Texas should consider creating a statewide public defender office to handle habeas corpus writs related to flawed forensics, an adviser to Gov. Rick Perry told the Court of Criminal Appeals' Criminal Justice Integrity Unit Thursday afternoon.
Judge Barbara Hervey convened the meeting to discuss "Notification in the wake of an 'irregularity' in a criminal case," a reference to forensic snafus like the Jonathan Salvador fiasco and the ongoing hair and fiber review by the Forensic Science Commission. Out of those situations, the question arises, how should affected parties be notified of large-scale forensic errors and who should represent defendants in the habeas corpus process? (See Grits coverage of a "white paper" on the topic from the integrity unit and the Forensic Science Commission published last year.)
It's impossible to rely on defendants' original attorneys, most participants agreed, particularly in older cases and where lawyers represented them on an appointed basis, often for just a few hundred dollars. And even if you're able to find defendants and notify them, without representation that won't get their cases re-opened.
At present, these decisions are made on a completely ad hoc basis. In the Jonathan Salvador situation, which involved cases in more than 30 counties, judges in some jurisdictions appointed habeas counsel in every affected case while, in others, it's unclear if defendants were even notified and for most, counsel was never appointed.
Regular readers know Grits considers this one of the most vexing issues facing the criminal justice system. In the wake of the 2009 National Academy of Sciences report calling into question the scientific basis for many traditional forensic disciplines, it's clear this issue isn't just a one-off related to Jonathan Salvador, arson cases or hair-and-fiber cases but is something that will come up again and again over the next decade or two. But Texas and other states, and for that matter the feds, don't have systems in place to deal with correcting errors in old cases, Judge Hervey told the packed courtroom today.
This is uncharted territory and nobody has a clear idea how to handle such situations or what mechanisms should be created to process such cases en masse. In the Salvador case, potentially hundreds or even thousands of cases were processed based on analyses by a discredited lab analyst, but the evidence is now unavailable to be retested. The Court of Criminal Appeals has ruled that Salvador's work should be presumed invalid, but said the presumption could be rebutted by new testing or additional evidence. But outside of Harris and Galveston counties, few such cases are going forward and there's no standardized process for how to deal with them.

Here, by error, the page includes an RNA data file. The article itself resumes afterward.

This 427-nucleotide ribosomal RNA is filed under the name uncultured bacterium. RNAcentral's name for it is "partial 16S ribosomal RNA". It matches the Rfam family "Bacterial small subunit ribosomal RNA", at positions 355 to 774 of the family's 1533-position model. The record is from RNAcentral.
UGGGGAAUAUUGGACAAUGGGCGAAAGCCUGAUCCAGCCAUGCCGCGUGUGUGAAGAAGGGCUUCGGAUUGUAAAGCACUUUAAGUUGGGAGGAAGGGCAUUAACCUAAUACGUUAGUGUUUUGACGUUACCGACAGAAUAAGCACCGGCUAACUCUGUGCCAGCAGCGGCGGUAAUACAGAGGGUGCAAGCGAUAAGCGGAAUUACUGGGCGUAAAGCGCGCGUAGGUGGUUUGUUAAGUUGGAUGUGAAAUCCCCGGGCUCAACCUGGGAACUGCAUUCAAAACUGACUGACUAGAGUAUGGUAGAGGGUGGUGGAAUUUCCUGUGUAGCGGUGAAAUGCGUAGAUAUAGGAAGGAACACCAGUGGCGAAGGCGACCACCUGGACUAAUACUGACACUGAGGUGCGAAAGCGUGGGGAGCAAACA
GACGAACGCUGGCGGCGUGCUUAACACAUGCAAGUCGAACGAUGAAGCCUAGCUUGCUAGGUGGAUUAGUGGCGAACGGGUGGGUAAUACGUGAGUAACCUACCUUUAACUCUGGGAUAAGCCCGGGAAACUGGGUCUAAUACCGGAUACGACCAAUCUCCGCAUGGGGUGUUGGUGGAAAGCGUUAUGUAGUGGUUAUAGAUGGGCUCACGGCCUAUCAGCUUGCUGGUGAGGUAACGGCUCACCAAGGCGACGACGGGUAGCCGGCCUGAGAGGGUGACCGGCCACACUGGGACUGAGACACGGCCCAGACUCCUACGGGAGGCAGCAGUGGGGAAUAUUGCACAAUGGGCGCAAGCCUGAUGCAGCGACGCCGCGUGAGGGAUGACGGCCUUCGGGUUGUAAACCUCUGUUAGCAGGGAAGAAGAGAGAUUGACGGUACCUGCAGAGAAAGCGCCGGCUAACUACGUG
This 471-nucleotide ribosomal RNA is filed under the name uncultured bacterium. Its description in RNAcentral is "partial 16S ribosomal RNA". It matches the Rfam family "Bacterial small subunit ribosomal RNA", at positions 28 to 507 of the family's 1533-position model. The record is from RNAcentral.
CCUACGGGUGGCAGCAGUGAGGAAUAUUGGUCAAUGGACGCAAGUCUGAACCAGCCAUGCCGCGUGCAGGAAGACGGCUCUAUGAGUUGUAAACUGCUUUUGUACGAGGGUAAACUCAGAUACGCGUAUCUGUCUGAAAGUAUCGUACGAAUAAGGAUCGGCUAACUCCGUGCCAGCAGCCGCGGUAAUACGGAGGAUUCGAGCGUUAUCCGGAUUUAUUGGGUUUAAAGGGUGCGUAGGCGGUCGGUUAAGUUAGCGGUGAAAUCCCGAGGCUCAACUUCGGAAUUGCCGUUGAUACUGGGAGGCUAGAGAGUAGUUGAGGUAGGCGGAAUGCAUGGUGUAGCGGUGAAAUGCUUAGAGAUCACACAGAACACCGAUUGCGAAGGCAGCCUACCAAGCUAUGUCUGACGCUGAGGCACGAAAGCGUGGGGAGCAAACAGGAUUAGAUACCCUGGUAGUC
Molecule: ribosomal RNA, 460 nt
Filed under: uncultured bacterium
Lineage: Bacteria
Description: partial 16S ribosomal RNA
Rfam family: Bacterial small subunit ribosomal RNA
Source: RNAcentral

Integrity unit member Mary Ann Wiley from the governor's office surprised many in the room by suggesting that the state should consider creating a public defender office to handle such writs modeled on the successful Office of Capital Writs that handles habeas corpus in indigent death-penalty cases. That would solve a ton of problems, centralizing the process and guaranteeing someone takes responsibility for notifying defendants and filing habeas corpus writs where appropriate.
Indeed, there's an argument that a public defender for writs is needed for cases beyond just forensic issues. Bob Wicoff of the Harris County Public Defender Office pointed out the need for writ representation to challenge convictions based on the recently-deemed-unconstitutional online solicitation of a minor statute. And Judge Hervey pointed out that there could be Brady issues where large-scale notice and representation may be needed.
Few criminal defense lawyers have experience with habeas corpus processes and the Court of Criminal Appeals is all but overwhelmed with the volume of writs they receive, mostly from pro se (self-represented) prisoners, often hand-written and inexpertly crafted. Professionalizing that process would be a boon on many fronts. It may be politically impractical to provide a public defender for all habeas writs, but for situations affecting multiple defendants, whether over forensic issues, Brady violations, or other large-scale "irregularities," or it makes a lot of sense.
Today's meeting was one of the most productive, probative sessions of the CCA's integrity unit I've attended, which is nearly all of them. Judge Hervey got a good group together and led a meaningful discussion that could result in real change down the line. Texas is way ahead of other states on this topic, as far as I can tell, and this meeting offered some meaty suggestions for the Legislature to consider when it convenes again in 2015.